By Emily Rapp Black
On Jan. 10, 2011, Emily Rapp Black, a writer and creative writing instructor living in Santa Fe, took her infant son, Ronan, to the eye doctor. At 9 months old, the baby wasn’t hitting his developmental milestones and his pediatrician wanted to rule out vision problems. In Albuquerque, the ophthalmologist found “cherry red spots” on the backs of the baby’s retinas, and immediately diagnosed him with Tay-Sachs disease, a very rare, but inevitably fatal, genetic disorder. And the world tilted on its axis.
In her well-received 2013 book, “The Still Point of the Turning World,” written while Ronan was still alive, Black (who at the time used the name Emily Rapp) found beauty in stolen moments. She was able to derive lessons to learn and wisdom to share from the “terrible freedom” of parenting a child without a future and turned to writing as a way to “find underlying patterns of meaning in a situation that, from the outside, looked inviolate and incontrovertibly meaningless” — an endeavor that would ultimately give her a way to connect with and help others.
Her current memoir comes from a much darker place. It begins in the summer of 2012. Ronan is dying, and Black is actively considering a jump from the Rio Grande Gorge bridge. Her marriage has imploded — exploded, really — after the corrosive effects of too many days and nights of anger, guilt, resentment, exhaustion and, above all, a never-ending, all-consuming grief. Black’s coping mechanism has been desperate self-numbing — compulsive extramarital sex, extreme exercise, any sort of “tangible, identifiable, physical pain.” Her husband has fled into rage. Their self-immolation and ultimate split amount to “a rupture that a crater of any size in any ground and beneath any sky failed to accurately depict,” and in the aftermath, she has been left feeling mentally “fractured,” she writes. “My mind was shifting and molting as my life broke slowly apart, like some strange and painful rebirth, but with no imaginable future — for what mother can imagine a future without her child?”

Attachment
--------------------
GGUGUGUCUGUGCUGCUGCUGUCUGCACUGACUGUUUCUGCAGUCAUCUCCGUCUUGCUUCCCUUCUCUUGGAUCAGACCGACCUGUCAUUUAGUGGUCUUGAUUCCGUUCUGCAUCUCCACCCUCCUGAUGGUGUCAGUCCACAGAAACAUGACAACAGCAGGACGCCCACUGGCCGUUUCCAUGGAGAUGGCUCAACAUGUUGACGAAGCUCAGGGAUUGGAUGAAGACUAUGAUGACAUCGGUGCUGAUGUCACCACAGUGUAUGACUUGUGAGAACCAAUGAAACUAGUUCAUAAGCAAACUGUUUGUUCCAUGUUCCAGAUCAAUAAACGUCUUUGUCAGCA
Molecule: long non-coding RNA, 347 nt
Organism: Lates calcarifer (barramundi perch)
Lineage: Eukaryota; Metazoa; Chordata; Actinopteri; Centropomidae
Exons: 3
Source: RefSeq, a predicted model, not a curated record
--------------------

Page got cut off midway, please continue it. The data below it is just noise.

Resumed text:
[ This book was one of our most anticipated titles of January. See the full list. ]
Black resists the pull of the river 565 feet below. And that choice — equal parts survival instinct and desire to live — marks a turning point in her trajectory. Ronan’s life can go only in one tragic direction — he died on Feb. 15, 2013, just before his third birthday — but Black’s refusal to die means that she can open up a little bit of space in which she can find “a way to live in the world,” as she puts it. And that space, in which life and death, love and loss, rage and happiness, pleasure and pain can tolerably intermingle, is the mourner’s sanctuary.